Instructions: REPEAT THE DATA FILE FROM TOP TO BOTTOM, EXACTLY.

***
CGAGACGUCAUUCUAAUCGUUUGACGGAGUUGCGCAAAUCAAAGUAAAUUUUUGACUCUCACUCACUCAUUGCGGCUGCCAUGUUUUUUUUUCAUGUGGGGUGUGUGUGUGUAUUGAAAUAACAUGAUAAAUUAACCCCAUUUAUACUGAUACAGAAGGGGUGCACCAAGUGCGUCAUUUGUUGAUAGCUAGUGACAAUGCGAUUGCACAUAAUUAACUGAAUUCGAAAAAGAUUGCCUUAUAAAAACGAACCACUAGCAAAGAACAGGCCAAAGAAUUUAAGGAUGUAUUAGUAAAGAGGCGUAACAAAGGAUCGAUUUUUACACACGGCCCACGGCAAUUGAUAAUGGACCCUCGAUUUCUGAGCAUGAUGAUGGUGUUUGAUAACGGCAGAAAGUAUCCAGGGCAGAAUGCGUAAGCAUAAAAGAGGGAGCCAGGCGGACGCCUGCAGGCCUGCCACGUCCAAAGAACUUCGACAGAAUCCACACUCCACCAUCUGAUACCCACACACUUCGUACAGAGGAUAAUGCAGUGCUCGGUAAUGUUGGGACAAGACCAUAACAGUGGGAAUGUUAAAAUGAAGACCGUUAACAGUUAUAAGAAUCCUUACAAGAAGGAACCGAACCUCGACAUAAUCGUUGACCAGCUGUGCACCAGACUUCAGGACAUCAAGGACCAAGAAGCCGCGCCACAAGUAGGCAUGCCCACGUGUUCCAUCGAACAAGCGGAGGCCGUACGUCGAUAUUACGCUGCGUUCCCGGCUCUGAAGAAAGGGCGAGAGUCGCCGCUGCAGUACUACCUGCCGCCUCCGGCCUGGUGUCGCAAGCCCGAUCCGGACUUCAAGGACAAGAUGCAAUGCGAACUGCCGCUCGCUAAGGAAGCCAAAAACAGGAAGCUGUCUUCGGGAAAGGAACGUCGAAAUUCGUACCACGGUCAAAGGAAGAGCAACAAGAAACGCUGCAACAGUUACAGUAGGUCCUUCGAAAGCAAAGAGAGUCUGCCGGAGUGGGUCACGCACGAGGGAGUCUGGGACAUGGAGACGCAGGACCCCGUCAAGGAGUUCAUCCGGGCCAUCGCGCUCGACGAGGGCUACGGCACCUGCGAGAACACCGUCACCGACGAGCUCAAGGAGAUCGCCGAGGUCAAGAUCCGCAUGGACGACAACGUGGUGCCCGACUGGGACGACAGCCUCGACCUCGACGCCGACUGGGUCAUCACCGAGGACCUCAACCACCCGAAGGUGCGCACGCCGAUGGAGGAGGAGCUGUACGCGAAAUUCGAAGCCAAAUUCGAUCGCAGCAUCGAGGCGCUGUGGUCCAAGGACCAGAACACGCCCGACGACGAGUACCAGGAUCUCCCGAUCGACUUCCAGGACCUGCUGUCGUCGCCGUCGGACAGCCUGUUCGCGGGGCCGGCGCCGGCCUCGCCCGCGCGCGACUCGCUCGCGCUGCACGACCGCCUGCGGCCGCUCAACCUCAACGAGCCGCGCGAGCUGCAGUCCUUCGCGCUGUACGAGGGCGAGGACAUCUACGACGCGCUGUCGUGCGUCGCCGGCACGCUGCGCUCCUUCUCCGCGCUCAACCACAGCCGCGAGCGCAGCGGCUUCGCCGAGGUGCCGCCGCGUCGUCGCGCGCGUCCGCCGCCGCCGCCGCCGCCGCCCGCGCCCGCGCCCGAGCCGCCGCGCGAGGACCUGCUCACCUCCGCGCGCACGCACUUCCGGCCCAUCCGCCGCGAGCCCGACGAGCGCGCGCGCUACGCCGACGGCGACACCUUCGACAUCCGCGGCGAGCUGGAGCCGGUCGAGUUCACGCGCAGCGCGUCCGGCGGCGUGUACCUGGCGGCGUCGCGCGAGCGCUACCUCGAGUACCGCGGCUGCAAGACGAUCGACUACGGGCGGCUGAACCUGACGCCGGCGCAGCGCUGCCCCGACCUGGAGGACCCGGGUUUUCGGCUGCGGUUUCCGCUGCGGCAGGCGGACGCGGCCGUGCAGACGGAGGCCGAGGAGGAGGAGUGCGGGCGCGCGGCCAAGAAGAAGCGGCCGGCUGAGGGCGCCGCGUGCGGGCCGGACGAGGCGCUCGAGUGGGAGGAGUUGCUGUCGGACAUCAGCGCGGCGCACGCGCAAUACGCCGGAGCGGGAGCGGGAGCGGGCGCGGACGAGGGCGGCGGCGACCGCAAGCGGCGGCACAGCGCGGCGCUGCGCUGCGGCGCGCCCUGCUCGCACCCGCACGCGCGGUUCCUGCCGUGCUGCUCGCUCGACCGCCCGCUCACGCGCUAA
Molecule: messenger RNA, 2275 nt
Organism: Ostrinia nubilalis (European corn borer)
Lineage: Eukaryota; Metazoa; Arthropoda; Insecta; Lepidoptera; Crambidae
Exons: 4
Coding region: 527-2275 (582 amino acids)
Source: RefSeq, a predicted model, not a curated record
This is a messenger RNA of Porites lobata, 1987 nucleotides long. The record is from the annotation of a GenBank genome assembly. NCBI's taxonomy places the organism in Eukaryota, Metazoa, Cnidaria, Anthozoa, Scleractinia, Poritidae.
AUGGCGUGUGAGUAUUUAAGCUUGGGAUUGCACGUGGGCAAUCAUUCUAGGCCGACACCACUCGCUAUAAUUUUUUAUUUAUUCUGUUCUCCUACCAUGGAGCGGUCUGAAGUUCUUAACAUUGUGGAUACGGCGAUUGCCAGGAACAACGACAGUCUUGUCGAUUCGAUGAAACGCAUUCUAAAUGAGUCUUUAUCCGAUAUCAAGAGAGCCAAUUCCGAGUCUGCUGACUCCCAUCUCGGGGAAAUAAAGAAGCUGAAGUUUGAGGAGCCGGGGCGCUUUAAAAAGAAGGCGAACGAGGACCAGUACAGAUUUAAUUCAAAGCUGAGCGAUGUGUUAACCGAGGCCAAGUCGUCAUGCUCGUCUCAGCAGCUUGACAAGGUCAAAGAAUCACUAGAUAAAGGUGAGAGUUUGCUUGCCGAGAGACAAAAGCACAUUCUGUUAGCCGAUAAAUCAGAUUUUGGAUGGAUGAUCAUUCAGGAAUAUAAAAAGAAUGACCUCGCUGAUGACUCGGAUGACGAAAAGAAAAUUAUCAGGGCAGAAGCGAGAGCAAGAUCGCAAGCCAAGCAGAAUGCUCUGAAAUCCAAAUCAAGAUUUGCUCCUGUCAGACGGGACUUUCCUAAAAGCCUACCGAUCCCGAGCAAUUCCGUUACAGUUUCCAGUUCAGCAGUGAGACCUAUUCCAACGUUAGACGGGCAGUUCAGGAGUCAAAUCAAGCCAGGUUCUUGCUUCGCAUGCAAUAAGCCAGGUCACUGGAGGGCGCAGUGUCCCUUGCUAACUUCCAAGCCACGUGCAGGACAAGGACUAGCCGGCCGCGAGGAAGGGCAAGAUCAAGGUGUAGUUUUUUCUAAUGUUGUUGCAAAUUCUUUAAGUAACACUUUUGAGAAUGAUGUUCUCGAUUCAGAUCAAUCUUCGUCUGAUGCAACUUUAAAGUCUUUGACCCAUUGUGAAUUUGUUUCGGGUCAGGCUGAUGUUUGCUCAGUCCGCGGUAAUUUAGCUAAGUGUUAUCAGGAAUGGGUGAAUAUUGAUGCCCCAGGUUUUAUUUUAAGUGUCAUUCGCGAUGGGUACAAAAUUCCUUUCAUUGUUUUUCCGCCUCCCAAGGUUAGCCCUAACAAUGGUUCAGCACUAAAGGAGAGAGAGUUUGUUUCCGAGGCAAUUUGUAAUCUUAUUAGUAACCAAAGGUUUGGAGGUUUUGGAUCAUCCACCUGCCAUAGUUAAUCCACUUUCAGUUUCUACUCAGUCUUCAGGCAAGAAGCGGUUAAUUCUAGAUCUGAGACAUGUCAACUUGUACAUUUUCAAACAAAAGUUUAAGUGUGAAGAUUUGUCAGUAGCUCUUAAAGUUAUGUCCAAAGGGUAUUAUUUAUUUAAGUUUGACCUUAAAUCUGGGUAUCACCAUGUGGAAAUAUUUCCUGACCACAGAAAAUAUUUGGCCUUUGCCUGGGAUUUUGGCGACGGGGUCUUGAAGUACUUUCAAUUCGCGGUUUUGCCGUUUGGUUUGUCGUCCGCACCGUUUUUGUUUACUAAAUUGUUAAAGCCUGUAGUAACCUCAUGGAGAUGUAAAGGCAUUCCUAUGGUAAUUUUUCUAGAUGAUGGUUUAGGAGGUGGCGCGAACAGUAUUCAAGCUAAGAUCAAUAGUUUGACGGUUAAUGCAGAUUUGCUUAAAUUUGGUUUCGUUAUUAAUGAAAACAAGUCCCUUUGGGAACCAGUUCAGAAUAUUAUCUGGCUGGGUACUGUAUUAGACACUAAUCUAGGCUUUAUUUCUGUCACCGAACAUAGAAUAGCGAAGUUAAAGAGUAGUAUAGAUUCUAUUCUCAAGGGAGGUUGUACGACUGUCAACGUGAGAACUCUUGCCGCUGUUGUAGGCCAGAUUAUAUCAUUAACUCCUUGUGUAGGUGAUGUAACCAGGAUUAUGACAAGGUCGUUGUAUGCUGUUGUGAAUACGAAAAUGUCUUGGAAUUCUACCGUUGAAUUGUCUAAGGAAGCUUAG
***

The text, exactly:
CGAGACGUCAUUCUAAUCGUUUGACGGAGUUGCGCAAAUCAAAGUAAAUUUUUGACUCUCACUCACUCAUUGCGGCUGCCAUGUUUUUUUUUCAUGUGGGGUGUGUGUGUGUAUUGAAAUAACAUGAUAAAUUAACCCCAUUUAUACUGAUACAGAAGGGGUGCACCAAGUGCGUCAUUUGUUGAUAGCUAGUGACAAUGCGAUUGCACAUAAUUAACUGAAUUCGAAAAAGAUUGCCUUAUAAAAACGAACCACUAGCAAAGAACAGGCCAAAGAAUUUAAGGAUGUAUUAGUAAAGAGGCGUAACAAAGGAUCGAUUUUUACACACGGCCCACGGCAAUUGAUAAUGGACCCUCGAUUUCUGAGCAUGAUGAUGGUGUUUGAUAACGGCAGAAAGUAUCCAGGGCAGAAUGCGUAAGCAUAAAAGAGGGAGCCAGGCGGACGCCUGCAGGCCUGCCACGUCCAAAGAACUUCGACAGAAUCCACACUCCACCAUCUGAUACCCACACACUUCGUACAGAGGAUAAUGCAGUGCUCGGUAAUGUUGGGACAAGACCAUAACAGUGGGAAUGUUAAAAUGAAGACCGUUAACAGUUAUAAGAAUCCUUACAAGAAGGAACCGAACCUCGACAUAAUCGUUGACCAGCUGUGCACCAGACUUCAGGACAUCAAGGACCAAGAAGCCGCGCCACAAGUAGGCAUGCCCACGUGUUCCAUCGAACAAGCGGAGGCCGUACGUCGAUAUUACGCUGCGUUCCCGGCUCUGAAGAAAGGGCGAGAGUCGCCGCUGCAGUACUACCUGCCGCCUCCGGCCUGGUGUCGCAAGCCCGAUCCGGACUUCAAGGACAAGAUGCAAUGCGAACUGCCGCUCGCUAAGGAAGCCAAAAACAGGAAGCUGUCUUCGGGAAAGGAACGUCGAAAUUCGUACCACGGUCAAAGGAAGAGCAACAAGAAACGCUGCAACAGUUACAGUAGGUCCUUCGAAAGCAAAGAGAGUCUGCCGGAGUGGGUCACGCACGAGGGAGUCUGGGACAUGGAGACGCAGGACCCCGUCAAGGAGUUCAUCCGGGCCAUCGCGCUCGACGAGGGCUACGGCACCUGCGAGAACACCGUCACCGACGAGCUCAAGGAGAUCGCCGAGGUCAAGAUCCGCAUGGACGACAACGUGGUGCCCGACUGGGACGACAGCCUCGACCUCGACGCCGACUGGGUCAUCACCGAGGACCUCAACCACCCGAAGGUGCGCACGCCGAUGGAGGAGGAGCUGUACGCGAAAUUCGAAGCCAAAUUCGAUCGCAGCAUCGAGGCGCUGUGGUCCAAGGACCAGAACACGCCCGACGACGAGUACCAGGAUCUCCCGAUCGACUUCCAGGACCUGCUGUCGUCGCCGUCGGACAGCCUGUUCGCGGGGCCGGCGCCGGCCUCGCCCGCGCGCGACUCGCUCGCGCUGCACGACCGCCUGCGGCCGCUCAACCUCAACGAGCCGCGCGAGCUGCAGUCCUUCGCGCUGUACGAGGGCGAGGACAUCUACGACGCGCUGUCGUGCGUCGCCGGCACGCUGCGCUCCUUCUCCGCGCUCAACCACAGCCGCGAGCGCAGCGGCUUCGCCGAGGUGCCGCCGCGUCGUCGCGCGCGUCCGCCGCCGCCGCCGCCGCCGCCCGCGCCCGCGCCCGAGCCGCCGCGCGAGGACCUGCUCACCUCCGCGCGCACGCACUUCCGGCCCAUCCGCCGCGAGCCCGACGAGCGCGCGCGCUACGCCGACGGCGACACCUUCGACAUCCGCGGCGAGCUGGAGCCGGUCGAGUUCACGCGCAGCGCGUCCGGCGGCGUGUACCUGGCGGCGUCGCGCGAGCGCUACCUCGAGUACCGCGGCUGCAAGACGAUCGACUACGGGCGGCUGAACCUGACGCCGGCGCAGCGCUGCCCCGACCUGGAGGACCCGGGUUUUCGGCUGCGGUUUCCGCUGCGGCAGGCGGACGCGGCCGUGCAGACGGAGGCCGAGGAGGAGGAGUGCGGGCGCGCGGCCAAGAAGAAGCGGCCGGCUGAGGGCGCCGCGUGCGGGCCGGACGAGGCGCUCGAGUGGGAGGAGUUGCUGUCGGACAUCAGCGCGGCGCACGCGCAAUACGCCGGAGCGGGAGCGGGAGCGGGCGCGGACGAGGGCGGCGGCGACCGCAAGCGGCGGCACAGCGCGGCGCUGCGCUGCGGCGCGCCCUGCUCGCACCCGCACGCGCGGUUCCUGCCGUGCUGCUCGCUCGACCGCCCGCUCACGCGCUAA
Molecule: messenger RNA, 2275 nt
Organism: Ostrinia nubilalis (European corn borer)
Lineage: Eukaryota; Metazoa; Arthropoda; Insecta; Lepidoptera; Crambidae
Exons: 4
Coding region: 527-2275 (582 amino acids)
Source: RefSeq, a predicted model, not a curated record
This is a messenger RNA of Porites lobata, 1987 nucleotides long. The record is from the annotation of a GenBank genome assembly. NCBI's taxonomy places the organism in Eukaryota, Metazoa, Cnidaria, Anthozoa, Scleractinia, Poritidae.
AUGGCGUGUGAGUAUUUAAGCUUGGGAUUGCACGUGGGCAAUCAUUCUAGGCCGACACCACUCGCUAUAAUUUUUUAUUUAUUCUGUUCUCCUACCAUGGAGCGGUCUGAAGUUCUUAACAUUGUGGAUACGGCGAUUGCCAGGAACAACGACAGUCUUGUCGAUUCGAUGAAACGCAUUCUAAAUGAGUCUUUAUCCGAUAUCAAGAGAGCCAAUUCCGAGUCUGCUGACUCCCAUCUCGGGGAAAUAAAGAAGCUGAAGUUUGAGGAGCCGGGGCGCUUUAAAAAGAAGGCGAACGAGGACCAGUACAGAUUUAAUUCAAAGCUGAGCGAUGUGUUAACCGAGGCCAAGUCGUCAUGCUCGUCUCAGCAGCUUGACAAGGUCAAAGAAUCACUAGAUAAAGGUGAGAGUUUGCUUGCCGAGAGACAAAAGCACAUUCUGUUAGCCGAUAAAUCAGAUUUUGGAUGGAUGAUCAUUCAGGAAUAUAAAAAGAAUGACCUCGCUGAUGACUCGGAUGACGAAAAGAAAAUUAUCAGGGCAGAAGCGAGAGCAAGAUCGCAAGCCAAGCAGAAUGCUCUGAAAUCCAAAUCAAGAUUUGCUCCUGUCAGACGGGACUUUCCUAAAAGCCUACCGAUCCCGAGCAAUUCCGUUACAGUUUCCAGUUCAGCAGUGAGACCUAUUCCAACGUUAGACGGGCAGUUCAGGAGUCAAAUCAAGCCAGGUUCUUGCUUCGCAUGCAAUAAGCCAGGUCACUGGAGGGCGCAGUGUCCCUUGCUAACUUCCAAGCCACGUGCAGGACAAGGACUAGCCGGCCGCGAGGAAGGGCAAGAUCAAGGUGUAGUUUUUUCUAAUGUUGUUGCAAAUUCUUUAAGUAACACUUUUGAGAAUGAUGUUCUCGAUUCAGAUCAAUCUUCGUCUGAUGCAACUUUAAAGUCUUUGACCCAUUGUGAAUUUGUUUCGGGUCAGGCUGAUGUUUGCUCAGUCCGCGGUAAUUUAGCUAAGUGUUAUCAGGAAUGGGUGAAUAUUGAUGCCCCAGGUUUUAUUUUAAGUGUCAUUCGCGAUGGGUACAAAAUUCCUUUCAUUGUUUUUCCGCCUCCCAAGGUUAGCCCUAACAAUGGUUCAGCACUAAAGGAGAGAGAGUUUGUUUCCGAGGCAAUUUGUAAUCUUAUUAGUAACCAAAGGUUUGGAGGUUUUGGAUCAUCCACCUGCCAUAGUUAAUCCACUUUCAGUUUCUACUCAGUCUUCAGGCAAGAAGCGGUUAAUUCUAGAUCUGAGACAUGUCAACUUGUACAUUUUCAAACAAAAGUUUAAGUGUGAAGAUUUGUCAGUAGCUCUUAAAGUUAUGUCCAAAGGGUAUUAUUUAUUUAAGUUUGACCUUAAAUCUGGGUAUCACCAUGUGGAAAUAUUUCCUGACCACAGAAAAUAUUUGGCCUUUGCCUGGGAUUUUGGCGACGGGGUCUUGAAGUACUUUCAAUUCGCGGUUUUGCCGUUUGGUUUGUCGUCCGCACCGUUUUUGUUUACUAAAUUGUUAAAGCCUGUAGUAACCUCAUGGAGAUGUAAAGGCAUUCCUAUGGUAAUUUUUCUAGAUGAUGGUUUAGGAGGUGGCGCGAACAGUAUUCAAGCUAAGAUCAAUAGUUUGACGGUUAAUGCAGAUUUGCUUAAAUUUGGUUUCGUUAUUAAUGAAAACAAGUCCCUUUGGGAACCAGUUCAGAAUAUUAUCUGGCUGGGUACUGUAUUAGACACUAAUCUAGGCUUUAUUUCUGUCACCGAACAUAGAAUAGCGAAGUUAAAGAGUAGUAUAGAUUCUAUUCUCAAGGGAGGUUGUACGACUGUCAACGUGAGAACUCUUGCCGCUGUUGUAGGCCAGAUUAUAUCAUUAACUCCUUGUGUAGGUGAUGUAACCAGGAUUAUGACAAGGUCGUUGUAUGCUGUUGUGAAUACGAAAAUGUCUUGGAAUUCUACCGUUGAAUUGUCUAAGGAAGCUUAG